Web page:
7. When I was about 4 or 5, I tried making my own shampoo and selling it door to door. When that didn't work, I went around the neighborhood and sold all my mother's underwear while she was in the shower. (It sold - you have to understand that my mother was HOT and wore sexy underwear.)

8. I'm directionally challenged. I used to take "short cuts" on my way home from school and be lost for hours, even though I never recognized I was lost--I figured I'd get there eventually. Once my mother even had to call the police.

9. I'm still directionally challenged. (see #10)

10. I don't know my right from my left. If you want me to look or turn a certain way quickly, I can't do it. I have to think about it for several seconds or ask somebody which way that is. I can handle N, E, S & W because those are fixed points, but I've never gotten a handle on left or right - confuses the heck out of me. I hate when I'm in heavy traffic and see a sign on the road that says "merge left" ahead because I never end up in the correct lane.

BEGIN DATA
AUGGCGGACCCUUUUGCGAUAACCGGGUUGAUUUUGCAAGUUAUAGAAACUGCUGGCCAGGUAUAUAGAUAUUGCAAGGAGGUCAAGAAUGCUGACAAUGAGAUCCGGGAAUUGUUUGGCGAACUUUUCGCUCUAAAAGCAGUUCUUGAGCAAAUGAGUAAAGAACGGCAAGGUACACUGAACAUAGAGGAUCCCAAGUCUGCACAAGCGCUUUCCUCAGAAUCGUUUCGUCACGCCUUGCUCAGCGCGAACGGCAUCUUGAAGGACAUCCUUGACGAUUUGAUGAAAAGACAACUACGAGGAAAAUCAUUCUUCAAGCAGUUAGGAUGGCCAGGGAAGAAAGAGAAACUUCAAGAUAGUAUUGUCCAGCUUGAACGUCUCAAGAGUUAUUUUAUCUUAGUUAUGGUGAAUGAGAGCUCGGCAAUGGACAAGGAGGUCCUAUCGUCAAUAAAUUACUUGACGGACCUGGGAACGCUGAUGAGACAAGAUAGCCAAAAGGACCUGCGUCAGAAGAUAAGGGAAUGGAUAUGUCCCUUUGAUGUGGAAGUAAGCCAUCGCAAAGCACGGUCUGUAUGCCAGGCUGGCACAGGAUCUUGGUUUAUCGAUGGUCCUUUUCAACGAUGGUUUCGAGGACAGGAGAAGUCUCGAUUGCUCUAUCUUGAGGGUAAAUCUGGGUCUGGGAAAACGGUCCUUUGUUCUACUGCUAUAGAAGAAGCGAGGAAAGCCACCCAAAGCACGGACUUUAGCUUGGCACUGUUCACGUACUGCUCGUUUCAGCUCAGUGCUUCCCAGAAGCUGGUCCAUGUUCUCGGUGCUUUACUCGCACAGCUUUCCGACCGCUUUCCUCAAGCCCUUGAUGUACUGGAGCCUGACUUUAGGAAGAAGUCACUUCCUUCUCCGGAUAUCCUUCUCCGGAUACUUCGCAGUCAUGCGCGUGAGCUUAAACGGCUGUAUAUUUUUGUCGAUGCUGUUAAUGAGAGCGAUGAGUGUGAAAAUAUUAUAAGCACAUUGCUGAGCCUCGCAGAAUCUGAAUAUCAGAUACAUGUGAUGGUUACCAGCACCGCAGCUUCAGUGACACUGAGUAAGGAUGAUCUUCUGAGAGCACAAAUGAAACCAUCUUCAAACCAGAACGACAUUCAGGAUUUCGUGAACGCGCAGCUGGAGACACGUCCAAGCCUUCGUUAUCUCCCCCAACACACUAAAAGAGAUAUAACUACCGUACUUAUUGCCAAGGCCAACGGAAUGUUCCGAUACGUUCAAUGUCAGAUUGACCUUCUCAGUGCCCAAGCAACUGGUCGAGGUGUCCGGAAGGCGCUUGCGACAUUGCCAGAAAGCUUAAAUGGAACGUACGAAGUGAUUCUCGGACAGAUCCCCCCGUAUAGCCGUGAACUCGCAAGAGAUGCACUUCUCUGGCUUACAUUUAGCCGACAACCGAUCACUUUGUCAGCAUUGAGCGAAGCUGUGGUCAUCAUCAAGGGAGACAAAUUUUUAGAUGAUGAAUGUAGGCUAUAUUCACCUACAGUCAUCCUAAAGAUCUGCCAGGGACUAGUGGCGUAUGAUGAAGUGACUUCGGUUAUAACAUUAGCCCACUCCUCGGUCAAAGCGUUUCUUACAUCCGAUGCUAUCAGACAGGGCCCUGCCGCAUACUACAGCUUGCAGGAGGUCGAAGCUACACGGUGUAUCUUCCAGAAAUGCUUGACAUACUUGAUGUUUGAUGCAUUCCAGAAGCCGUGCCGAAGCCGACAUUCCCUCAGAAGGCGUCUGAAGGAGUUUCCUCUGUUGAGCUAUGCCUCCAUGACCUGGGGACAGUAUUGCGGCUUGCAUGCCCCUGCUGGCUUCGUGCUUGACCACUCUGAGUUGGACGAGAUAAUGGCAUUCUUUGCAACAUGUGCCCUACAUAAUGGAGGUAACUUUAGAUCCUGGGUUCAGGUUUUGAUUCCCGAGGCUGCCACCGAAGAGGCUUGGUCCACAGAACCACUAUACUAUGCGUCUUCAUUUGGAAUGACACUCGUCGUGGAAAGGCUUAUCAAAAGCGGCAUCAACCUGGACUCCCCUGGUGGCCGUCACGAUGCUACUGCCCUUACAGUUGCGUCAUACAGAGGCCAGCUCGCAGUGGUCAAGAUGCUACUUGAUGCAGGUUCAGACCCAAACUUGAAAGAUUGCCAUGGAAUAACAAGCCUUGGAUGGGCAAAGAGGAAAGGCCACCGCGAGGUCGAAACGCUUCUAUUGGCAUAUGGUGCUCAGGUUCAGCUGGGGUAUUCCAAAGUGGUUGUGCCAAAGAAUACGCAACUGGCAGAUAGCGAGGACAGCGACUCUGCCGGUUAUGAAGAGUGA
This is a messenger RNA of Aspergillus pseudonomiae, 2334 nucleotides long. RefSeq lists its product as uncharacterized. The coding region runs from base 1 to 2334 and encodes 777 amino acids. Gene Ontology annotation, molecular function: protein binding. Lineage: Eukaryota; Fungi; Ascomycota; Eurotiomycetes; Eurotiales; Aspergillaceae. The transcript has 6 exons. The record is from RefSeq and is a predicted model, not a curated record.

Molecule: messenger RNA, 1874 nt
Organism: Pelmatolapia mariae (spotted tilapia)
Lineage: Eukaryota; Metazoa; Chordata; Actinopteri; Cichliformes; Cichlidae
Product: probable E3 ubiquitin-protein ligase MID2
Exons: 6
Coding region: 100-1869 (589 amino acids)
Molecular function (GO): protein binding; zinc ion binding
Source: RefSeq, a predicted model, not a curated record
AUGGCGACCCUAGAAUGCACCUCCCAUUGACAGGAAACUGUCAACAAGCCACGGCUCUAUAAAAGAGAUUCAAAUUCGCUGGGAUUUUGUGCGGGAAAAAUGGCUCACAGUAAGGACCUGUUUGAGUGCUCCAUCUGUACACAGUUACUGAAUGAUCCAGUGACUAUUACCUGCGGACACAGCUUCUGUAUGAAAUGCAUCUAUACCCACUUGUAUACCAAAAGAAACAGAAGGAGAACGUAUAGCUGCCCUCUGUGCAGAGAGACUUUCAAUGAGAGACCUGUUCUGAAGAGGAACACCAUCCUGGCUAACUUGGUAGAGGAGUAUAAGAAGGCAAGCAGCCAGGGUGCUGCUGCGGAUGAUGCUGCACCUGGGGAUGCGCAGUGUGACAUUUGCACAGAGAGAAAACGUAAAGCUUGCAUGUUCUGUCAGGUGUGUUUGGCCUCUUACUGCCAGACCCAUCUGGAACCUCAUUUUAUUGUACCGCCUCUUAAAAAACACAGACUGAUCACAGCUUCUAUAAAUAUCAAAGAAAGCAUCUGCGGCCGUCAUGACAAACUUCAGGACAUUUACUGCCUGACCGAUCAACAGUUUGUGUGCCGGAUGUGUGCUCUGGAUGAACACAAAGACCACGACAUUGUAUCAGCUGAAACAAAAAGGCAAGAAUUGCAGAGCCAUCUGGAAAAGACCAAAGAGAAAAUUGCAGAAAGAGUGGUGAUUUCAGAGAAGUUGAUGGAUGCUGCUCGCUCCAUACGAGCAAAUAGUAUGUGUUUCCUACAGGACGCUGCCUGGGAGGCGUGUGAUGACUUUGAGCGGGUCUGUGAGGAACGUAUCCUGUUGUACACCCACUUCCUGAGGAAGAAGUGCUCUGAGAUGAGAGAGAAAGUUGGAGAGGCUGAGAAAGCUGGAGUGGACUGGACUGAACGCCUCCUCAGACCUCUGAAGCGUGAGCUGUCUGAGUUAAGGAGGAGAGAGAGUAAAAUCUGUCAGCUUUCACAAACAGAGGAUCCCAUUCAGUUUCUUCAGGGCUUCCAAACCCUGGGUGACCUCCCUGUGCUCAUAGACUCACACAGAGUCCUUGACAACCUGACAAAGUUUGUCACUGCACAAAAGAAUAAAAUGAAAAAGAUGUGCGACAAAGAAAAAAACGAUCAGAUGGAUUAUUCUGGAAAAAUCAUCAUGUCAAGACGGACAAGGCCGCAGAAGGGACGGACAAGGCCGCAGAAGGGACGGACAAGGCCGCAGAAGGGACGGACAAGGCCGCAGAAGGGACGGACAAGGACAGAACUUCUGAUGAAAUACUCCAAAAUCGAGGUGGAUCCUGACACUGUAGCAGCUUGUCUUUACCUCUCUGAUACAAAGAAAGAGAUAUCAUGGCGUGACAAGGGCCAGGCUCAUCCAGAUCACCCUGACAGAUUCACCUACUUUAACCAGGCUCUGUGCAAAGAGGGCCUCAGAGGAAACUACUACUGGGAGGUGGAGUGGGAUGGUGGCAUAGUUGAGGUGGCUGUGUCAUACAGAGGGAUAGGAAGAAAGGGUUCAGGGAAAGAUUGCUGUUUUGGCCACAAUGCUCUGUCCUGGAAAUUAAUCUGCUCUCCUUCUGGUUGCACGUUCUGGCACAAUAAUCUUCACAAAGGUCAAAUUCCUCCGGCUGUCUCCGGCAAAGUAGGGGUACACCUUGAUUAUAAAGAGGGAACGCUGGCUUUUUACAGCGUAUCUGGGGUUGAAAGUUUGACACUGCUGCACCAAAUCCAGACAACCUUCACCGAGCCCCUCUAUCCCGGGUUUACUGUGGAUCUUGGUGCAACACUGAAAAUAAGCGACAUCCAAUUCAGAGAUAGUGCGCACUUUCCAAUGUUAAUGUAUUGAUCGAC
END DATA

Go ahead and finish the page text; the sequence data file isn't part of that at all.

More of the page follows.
Monday, February 19, 2007

Magical Mondays: Mind Over Matter

Since I've been blogging a lot about the power of belief lately, I thought I'd share this experience.

Last summer, I was having a lot of chest and back pain. I'd had back pain for many years but had resigned myself to living with it. Well, one day at work the pains were particularly bad, accompanied by symptoms of a heart attack, so I called my doctor and she sent me to the emergency room.